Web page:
When I was a little girl, I hated getting shots. Annual vaccinations for school were bad enough but when you were sick and had to go to the doctor, it was even worse. That was because when you got a shot (as opposed to, for example, that great cherry-tasting cough syrup), that meant you were REALLY SICK. That’s what our friends said: “She was REALLY SICK. She had to get a shot and everything.”
The first time I gave myself an injection was in the hospital after my hip replacement surgery. As a precaution against blood clots, knee- and hip-replacement patients are routinely prescribed blood thinners for a period during recovery. The new oral medications hadn’t yet been introduced, so the drug of my surgeon’s choice was Lovenox® which is a daily injection, administered in the abdomen. By this time I was old enough to quit being quite so squeamish getting shots given to me by others, but never in a million years did I ever imagine actually having the courage to stick a hypodermic needle into my own skin. (I swore I’d never become a drug addict because I could never stand to give myself a shot.)
Of course, a major challenge is the emotional hurdle of just getting the diagnosis of a progressive, currently incurable disease. While you’re still reeling from that news, it seems that new challenges come at you at an accelerating rate – significant drugs (and associated medical expenses), frequent lab visits, physical therapy, and perhaps surgeries. Who among us, during our (less-enlightened) younger days did not look upon a disabled person with pity? So the first time we use a cane or other assistive device, while needed, is yet another hurdle we must cross.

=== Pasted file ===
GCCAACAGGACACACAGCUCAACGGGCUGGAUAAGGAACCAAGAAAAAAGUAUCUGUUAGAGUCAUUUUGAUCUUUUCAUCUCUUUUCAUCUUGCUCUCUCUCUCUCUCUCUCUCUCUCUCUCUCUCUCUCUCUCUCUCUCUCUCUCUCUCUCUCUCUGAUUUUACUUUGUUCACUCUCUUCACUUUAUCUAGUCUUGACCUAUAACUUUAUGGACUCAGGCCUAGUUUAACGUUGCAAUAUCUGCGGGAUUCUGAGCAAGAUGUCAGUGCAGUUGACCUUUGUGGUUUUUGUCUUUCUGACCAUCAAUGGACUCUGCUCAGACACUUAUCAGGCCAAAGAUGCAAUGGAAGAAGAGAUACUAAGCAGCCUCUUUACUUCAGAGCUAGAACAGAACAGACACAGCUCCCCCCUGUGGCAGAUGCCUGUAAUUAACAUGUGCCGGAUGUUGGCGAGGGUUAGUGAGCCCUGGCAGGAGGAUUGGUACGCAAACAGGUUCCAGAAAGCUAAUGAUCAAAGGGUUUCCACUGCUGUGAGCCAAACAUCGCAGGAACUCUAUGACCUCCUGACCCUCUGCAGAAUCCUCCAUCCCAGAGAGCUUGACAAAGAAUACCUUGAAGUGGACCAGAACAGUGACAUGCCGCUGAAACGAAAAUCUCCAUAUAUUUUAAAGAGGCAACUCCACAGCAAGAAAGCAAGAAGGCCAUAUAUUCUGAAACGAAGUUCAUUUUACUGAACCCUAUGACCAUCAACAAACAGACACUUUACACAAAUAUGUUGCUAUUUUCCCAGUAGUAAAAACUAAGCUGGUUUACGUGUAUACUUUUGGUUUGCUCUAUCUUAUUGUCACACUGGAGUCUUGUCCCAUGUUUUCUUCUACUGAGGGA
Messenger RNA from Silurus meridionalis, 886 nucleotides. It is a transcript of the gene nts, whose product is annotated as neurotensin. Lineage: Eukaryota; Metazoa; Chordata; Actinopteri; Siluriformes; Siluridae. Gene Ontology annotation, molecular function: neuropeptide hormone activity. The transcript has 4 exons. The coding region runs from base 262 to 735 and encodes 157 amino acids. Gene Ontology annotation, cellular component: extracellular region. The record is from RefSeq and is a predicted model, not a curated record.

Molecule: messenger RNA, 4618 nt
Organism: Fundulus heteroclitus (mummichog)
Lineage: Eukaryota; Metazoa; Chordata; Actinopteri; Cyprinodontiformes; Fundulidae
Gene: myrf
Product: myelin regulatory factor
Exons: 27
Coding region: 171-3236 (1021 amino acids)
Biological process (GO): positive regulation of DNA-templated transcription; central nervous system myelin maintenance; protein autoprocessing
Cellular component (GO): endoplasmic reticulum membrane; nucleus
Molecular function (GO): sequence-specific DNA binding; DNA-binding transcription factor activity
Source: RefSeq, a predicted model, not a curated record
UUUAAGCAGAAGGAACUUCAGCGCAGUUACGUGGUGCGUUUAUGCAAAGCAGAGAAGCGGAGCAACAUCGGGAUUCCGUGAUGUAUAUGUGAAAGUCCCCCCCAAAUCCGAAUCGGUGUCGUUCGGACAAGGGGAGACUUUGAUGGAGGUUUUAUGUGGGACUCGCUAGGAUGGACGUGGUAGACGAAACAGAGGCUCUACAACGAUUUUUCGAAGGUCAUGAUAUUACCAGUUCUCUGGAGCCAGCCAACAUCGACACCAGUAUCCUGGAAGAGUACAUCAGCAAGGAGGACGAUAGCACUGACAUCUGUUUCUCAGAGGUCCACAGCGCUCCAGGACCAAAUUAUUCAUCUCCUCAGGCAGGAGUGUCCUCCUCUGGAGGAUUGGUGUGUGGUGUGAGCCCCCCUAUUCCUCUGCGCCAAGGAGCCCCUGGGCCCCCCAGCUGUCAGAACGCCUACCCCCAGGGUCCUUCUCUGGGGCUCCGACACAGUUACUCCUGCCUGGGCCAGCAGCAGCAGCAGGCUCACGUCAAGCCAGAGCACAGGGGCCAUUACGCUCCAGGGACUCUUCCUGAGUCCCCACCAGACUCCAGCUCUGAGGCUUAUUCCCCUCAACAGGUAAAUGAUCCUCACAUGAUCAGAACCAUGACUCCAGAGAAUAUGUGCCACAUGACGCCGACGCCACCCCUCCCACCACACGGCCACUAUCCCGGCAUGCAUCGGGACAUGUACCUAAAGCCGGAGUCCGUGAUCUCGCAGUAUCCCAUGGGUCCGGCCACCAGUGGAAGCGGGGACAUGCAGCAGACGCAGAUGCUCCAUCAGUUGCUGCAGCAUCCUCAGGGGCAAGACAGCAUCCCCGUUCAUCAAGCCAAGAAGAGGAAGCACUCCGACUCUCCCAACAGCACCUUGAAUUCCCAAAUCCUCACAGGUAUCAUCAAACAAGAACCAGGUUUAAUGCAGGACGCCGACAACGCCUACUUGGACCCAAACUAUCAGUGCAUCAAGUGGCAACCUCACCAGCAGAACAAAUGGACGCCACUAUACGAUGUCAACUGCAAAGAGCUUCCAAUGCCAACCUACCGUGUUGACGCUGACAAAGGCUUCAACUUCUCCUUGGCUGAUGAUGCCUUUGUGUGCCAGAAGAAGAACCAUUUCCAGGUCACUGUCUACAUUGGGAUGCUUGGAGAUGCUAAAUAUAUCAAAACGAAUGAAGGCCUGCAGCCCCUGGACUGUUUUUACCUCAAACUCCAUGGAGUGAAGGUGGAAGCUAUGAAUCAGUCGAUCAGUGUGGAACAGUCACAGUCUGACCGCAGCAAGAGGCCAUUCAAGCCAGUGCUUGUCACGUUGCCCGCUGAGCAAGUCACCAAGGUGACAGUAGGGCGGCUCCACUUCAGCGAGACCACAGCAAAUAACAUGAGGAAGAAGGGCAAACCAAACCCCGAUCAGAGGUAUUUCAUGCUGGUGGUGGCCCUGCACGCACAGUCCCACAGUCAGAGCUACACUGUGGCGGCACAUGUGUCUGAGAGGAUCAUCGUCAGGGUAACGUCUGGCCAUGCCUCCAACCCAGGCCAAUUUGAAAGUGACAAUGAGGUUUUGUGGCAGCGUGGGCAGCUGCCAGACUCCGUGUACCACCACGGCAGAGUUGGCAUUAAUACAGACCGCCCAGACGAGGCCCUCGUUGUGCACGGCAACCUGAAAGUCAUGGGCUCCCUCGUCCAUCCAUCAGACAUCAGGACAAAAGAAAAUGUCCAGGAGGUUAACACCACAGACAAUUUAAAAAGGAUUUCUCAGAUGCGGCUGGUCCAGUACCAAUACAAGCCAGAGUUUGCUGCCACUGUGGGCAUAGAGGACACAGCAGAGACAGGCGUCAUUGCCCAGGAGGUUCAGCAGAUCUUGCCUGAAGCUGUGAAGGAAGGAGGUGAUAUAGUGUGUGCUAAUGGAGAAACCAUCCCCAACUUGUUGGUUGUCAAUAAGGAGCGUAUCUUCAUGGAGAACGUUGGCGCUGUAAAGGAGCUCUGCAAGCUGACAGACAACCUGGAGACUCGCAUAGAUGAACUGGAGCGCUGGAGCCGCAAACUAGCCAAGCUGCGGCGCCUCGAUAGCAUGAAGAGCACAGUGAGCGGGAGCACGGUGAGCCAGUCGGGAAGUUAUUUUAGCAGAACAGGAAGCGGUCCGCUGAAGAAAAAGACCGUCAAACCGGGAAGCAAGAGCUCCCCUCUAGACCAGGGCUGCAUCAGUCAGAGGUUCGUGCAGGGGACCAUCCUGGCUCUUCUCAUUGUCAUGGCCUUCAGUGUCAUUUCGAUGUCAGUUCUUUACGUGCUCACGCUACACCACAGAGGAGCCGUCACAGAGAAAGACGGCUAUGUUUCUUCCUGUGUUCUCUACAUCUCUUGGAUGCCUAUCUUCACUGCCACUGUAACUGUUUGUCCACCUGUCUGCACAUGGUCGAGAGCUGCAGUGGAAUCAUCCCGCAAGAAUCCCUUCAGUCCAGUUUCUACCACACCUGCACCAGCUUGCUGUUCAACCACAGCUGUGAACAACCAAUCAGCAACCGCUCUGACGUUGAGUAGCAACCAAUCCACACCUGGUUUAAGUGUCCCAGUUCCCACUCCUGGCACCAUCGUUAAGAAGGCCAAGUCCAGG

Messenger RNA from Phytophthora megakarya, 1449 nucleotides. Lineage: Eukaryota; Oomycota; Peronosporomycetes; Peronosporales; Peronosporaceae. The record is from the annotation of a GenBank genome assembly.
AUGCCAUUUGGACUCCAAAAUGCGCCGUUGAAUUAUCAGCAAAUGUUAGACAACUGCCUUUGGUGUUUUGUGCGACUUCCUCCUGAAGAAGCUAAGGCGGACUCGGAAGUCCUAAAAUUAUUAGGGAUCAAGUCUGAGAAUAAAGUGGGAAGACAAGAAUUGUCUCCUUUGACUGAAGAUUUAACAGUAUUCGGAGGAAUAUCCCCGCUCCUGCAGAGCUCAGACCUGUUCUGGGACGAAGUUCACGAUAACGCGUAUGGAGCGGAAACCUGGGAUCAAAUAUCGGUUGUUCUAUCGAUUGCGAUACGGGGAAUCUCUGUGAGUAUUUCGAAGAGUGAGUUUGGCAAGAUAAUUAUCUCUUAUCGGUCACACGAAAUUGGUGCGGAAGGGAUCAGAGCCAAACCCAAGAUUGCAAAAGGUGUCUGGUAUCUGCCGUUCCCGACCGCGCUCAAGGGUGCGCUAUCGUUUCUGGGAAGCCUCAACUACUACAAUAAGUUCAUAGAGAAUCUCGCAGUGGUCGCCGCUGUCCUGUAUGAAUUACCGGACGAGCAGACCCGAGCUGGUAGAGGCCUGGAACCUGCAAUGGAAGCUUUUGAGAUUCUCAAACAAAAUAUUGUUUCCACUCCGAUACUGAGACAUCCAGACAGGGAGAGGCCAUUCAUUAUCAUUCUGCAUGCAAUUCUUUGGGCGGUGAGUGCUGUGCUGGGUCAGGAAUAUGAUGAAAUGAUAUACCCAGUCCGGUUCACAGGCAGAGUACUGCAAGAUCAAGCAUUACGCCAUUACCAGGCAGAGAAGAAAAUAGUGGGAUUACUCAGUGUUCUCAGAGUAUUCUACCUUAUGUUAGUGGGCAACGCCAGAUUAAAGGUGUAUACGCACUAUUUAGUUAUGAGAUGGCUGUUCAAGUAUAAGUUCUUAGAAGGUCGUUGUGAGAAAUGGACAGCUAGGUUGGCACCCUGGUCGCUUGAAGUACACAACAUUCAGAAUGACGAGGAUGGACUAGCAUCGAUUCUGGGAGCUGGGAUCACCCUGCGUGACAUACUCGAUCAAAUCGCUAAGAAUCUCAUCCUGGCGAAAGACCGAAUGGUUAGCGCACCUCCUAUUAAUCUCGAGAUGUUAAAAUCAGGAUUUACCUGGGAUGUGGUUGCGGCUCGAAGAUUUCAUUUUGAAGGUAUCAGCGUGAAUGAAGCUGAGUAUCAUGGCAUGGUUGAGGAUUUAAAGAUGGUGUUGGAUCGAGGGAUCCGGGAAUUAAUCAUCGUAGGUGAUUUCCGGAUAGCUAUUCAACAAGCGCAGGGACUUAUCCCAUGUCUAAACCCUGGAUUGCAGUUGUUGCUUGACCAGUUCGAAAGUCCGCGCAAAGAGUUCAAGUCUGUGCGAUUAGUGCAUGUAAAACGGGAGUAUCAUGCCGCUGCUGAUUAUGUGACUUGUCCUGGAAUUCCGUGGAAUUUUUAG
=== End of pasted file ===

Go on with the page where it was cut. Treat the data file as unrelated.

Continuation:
The good news is, once you cross the hurdle, it usually becomes easier to handle. The old phrase that familiarity breeds contempt holds some truth in that doctors and needles and canes (oh my!) cease to have the power of fear over us. It’s still not necessarily pleasant, but at least the terror of the unknown recedes.
I think the bad news is that often our medical teams don’t understand that things they deal with on a daily basis present these kinds of challenges for us. Trust me, the word “new” when it is used in the same sentence with something to be applied to or injected in my body is not a good thing for me. The terror of the unknown rears its ugly head all over again. In becoming our own advocates, we need to remind ourselves that it’s okay to tell our doctors that something makes us uncomfortable and ask for some additional reassurance.
While the hurdles may get smaller and easier to navigate, I find that they never quite disappear. I have hurdles every morning just getting showered and dressed for the day. Some days those hurdles are a bit higher, a bit harder to leap over, and it takes me longer than others.
Of all the things that RA does, I can say firmly that it does not make your life easier. But it does have the capacity to make you stronger and better able to face the hurdles.
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